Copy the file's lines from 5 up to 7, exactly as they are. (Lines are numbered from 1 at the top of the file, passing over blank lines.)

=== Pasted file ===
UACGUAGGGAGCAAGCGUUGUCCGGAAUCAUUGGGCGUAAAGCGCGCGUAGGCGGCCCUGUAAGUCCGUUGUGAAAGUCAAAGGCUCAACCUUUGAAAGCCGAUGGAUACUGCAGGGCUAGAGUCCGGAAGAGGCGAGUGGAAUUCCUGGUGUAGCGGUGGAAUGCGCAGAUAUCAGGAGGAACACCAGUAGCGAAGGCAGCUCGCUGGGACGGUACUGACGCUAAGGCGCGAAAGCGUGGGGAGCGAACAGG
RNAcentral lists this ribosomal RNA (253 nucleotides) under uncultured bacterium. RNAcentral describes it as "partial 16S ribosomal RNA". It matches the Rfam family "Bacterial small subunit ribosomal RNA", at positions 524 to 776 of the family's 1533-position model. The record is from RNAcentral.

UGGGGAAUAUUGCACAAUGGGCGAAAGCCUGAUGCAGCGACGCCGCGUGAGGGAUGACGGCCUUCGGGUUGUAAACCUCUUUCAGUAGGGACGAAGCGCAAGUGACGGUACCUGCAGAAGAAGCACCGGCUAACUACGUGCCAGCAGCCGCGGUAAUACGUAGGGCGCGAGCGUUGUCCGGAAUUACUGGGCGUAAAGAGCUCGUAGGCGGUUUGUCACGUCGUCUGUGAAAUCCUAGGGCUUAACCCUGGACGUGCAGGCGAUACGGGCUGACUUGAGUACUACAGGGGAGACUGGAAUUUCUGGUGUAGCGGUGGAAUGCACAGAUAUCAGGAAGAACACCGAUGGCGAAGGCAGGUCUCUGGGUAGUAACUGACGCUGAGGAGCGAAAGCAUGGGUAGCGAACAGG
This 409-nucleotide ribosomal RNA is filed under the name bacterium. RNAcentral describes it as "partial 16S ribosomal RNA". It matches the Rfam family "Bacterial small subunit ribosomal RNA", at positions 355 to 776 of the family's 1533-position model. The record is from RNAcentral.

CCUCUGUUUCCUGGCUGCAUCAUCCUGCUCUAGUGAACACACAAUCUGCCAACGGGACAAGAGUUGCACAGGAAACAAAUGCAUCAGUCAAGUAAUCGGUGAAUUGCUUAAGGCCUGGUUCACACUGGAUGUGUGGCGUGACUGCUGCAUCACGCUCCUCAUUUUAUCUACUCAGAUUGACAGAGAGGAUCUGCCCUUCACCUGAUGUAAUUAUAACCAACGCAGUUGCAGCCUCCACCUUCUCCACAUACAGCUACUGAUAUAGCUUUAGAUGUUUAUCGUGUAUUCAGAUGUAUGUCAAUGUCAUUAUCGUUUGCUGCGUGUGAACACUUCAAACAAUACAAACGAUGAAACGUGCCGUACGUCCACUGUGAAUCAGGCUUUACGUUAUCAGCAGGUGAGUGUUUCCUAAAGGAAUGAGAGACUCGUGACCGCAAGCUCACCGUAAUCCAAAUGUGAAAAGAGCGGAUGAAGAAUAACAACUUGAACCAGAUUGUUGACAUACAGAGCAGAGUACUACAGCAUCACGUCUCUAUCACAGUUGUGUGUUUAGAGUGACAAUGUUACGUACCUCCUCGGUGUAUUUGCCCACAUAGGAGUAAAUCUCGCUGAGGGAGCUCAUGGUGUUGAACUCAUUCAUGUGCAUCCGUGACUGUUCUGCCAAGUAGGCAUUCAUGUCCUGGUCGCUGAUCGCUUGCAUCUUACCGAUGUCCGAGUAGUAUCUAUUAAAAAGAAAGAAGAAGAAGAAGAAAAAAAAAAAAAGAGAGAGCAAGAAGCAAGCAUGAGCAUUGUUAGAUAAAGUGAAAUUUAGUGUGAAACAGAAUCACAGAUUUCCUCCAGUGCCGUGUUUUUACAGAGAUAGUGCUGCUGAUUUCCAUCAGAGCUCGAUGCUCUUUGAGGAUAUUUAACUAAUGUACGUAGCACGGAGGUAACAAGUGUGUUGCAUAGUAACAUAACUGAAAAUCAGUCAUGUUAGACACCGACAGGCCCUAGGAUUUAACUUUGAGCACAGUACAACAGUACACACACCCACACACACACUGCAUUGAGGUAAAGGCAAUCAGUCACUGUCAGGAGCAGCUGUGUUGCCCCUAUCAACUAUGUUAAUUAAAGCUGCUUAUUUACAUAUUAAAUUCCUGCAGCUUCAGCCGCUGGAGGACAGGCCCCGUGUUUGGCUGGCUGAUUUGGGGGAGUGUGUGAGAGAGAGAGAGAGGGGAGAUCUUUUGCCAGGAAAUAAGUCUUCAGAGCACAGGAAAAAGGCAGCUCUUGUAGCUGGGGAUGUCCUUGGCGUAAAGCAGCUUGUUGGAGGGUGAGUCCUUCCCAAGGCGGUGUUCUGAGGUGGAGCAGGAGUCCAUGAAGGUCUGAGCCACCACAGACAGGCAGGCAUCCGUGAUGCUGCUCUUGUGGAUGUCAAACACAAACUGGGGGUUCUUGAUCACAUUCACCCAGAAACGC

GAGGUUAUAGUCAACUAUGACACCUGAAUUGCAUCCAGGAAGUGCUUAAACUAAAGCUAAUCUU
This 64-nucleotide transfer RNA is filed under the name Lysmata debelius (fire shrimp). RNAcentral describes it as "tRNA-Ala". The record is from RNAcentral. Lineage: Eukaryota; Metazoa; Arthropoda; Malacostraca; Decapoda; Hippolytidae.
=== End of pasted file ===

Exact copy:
CCUCUGUUUCCUGGCUGCAUCAUCCUGCUCUAGUGAACACACAAUCUGCCAACGGGACAAGAGUUGCACAGGAAACAAAUGCAUCAGUCAAGUAAUCGGUGAAUUGCUUAAGGCCUGGUUCACACUGGAUGUGUGGCGUGACUGCUGCAUCACGCUCCUCAUUUUAUCUACUCAGAUUGACAGAGAGGAUCUGCCCUUCACCUGAUGUAAUUAUAACCAACGCAGUUGCAGCCUCCACCUUCUCCACAUACAGCUACUGAUAUAGCUUUAGAUGUUUAUCGUGUAUUCAGAUGUAUGUCAAUGUCAUUAUCGUUUGCUGCGUGUGAACACUUCAAACAAUACAAACGAUGAAACGUGCCGUACGUCCACUGUGAAUCAGGCUUUACGUUAUCAGCAGGUGAGUGUUUCCUAAAGGAAUGAGAGACUCGUGACCGCAAGCUCACCGUAAUCCAAAUGUGAAAAGAGCGGAUGAAGAAUAACAACUUGAACCAGAUUGUUGACAUACAGAGCAGAGUACUACAGCAUCACGUCUCUAUCACAGUUGUGUGUUUAGAGUGACAAUGUUACGUACCUCCUCGGUGUAUUUGCCCACAUAGGAGUAAAUCUCGCUGAGGGAGCUCAUGGUGUUGAACUCAUUCAUGUGCAUCCGUGACUGUUCUGCCAAGUAGGCAUUCAUGUCCUGGUCGCUGAUCGCUUGCAUCUUACCGAUGUCCGAGUAGUAUCUAUUAAAAAGAAAGAAGAAGAAGAAGAAAAAAAAAAAAAGAGAGAGCAAGAAGCAAGCAUGAGCAUUGUUAGAUAAAGUGAAAUUUAGUGUGAAACAGAAUCACAGAUUUCCUCCAGUGCCGUGUUUUUACAGAGAUAGUGCUGCUGAUUUCCAUCAGAGCUCGAUGCUCUUUGAGGAUAUUUAACUAAUGUACGUAGCACGGAGGUAACAAGUGUGUUGCAUAGUAACAUAACUGAAAAUCAGUCAUGUUAGACACCGACAGGCCCUAGGAUUUAACUUUGAGCACAGUACAACAGUACACACACCCACACACACACUGCAUUGAGGUAAAGGCAAUCAGUCACUGUCAGGAGCAGCUGUGUUGCCCCUAUCAACUAUGUUAAUUAAAGCUGCUUAUUUACAUAUUAAAUUCCUGCAGCUUCAGCCGCUGGAGGACAGGCCCCGUGUUUGGCUGGCUGAUUUGGGGGAGUGUGUGAGAGAGAGAGAGAGGGGAGAUCUUUUGCCAGGAAAUAAGUCUUCAGAGCACAGGAAAAAGGCAGCUCUUGUAGCUGGGGAUGUCCUUGGCGUAAAGCAGCUUGUUGGAGGGUGAGUCCUUCCCAAGGCGGUGUUCUGAGGUGGAGCAGGAGUCCAUGAAGGUCUGAGCCACCACAGACAGGCAGGCAUCCGUGAUGCUGCUCUUGUGGAUGUCAAACACAAACUGGGGGUUCUUGAUCACAUUCACCCAGAAACGC

GAGGUUAUAGUCAACUAUGACACCUGAAUUGCAUCCAGGAAGUGCUUAAACUAAAGCUAAUCUU
This 64-nucleotide transfer RNA is filed under the name Lysmata debelius (fire shrimp). RNAcentral describes it as "tRNA-Ala". The record is from RNAcentral. Lineage: Eukaryota; Metazoa; Arthropoda; Malacostraca; Decapoda; Hippolytidae.